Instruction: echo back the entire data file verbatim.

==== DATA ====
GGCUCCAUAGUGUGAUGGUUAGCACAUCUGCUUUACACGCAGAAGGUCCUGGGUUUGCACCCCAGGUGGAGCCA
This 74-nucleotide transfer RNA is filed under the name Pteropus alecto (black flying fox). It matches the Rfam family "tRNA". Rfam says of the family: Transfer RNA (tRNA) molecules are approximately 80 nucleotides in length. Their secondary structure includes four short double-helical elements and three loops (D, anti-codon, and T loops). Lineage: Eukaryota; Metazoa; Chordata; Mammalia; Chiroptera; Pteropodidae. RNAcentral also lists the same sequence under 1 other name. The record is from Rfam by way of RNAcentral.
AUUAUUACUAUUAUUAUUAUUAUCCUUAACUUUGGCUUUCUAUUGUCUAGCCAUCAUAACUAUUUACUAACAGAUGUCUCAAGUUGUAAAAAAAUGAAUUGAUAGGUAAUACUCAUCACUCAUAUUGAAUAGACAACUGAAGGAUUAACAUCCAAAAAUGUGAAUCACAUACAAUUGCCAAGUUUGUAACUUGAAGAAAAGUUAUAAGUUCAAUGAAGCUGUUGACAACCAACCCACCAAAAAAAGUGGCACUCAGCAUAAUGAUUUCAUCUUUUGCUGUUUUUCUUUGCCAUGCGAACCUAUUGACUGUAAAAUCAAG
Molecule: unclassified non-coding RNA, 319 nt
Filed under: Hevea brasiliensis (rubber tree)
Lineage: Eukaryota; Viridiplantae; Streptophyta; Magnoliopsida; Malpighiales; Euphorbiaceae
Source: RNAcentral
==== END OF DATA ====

GGCUCCAUAGUGUGAUGGUUAGCACAUCUGCUUUACACGCAGAAGGUCCUGGGUUUGCACCCCAGGUGGAGCCA
This 74-nucleotide transfer RNA is filed under the name Pteropus alecto (black flying fox). It matches the Rfam family "tRNA". Rfam says of the family: Transfer RNA (tRNA) molecules are approximately 80 nucleotides in length. Their secondary structure includes four short double-helical elements and three loops (D, anti-codon, and T loops). Lineage: Eukaryota; Metazoa; Chordata; Mammalia; Chiroptera; Pteropodidae. RNAcentral also lists the same sequence under 1 other name. The record is from Rfam by way of RNAcentral.
AUUAUUACUAUUAUUAUUAUUAUCCUUAACUUUGGCUUUCUAUUGUCUAGCCAUCAUAACUAUUUACUAACAGAUGUCUCAAGUUGUAAAAAAAUGAAUUGAUAGGUAAUACUCAUCACUCAUAUUGAAUAGACAACUGAAGGAUUAACAUCCAAAAAUGUGAAUCACAUACAAUUGCCAAGUUUGUAACUUGAAGAAAAGUUAUAAGUUCAAUGAAGCUGUUGACAACCAACCCACCAAAAAAAGUGGCACUCAGCAUAAUGAUUUCAUCUUUUGCUGUUUUUCUUUGCCAUGCGAACCUAUUGACUGUAAAAUCAAG
Molecule: unclassified non-coding RNA, 319 nt
Filed under: Hevea brasiliensis (rubber tree)
Lineage: Eukaryota; Viridiplantae; Streptophyta; Magnoliopsida; Malpighiales; Euphorbiaceae
Source: RNAcentral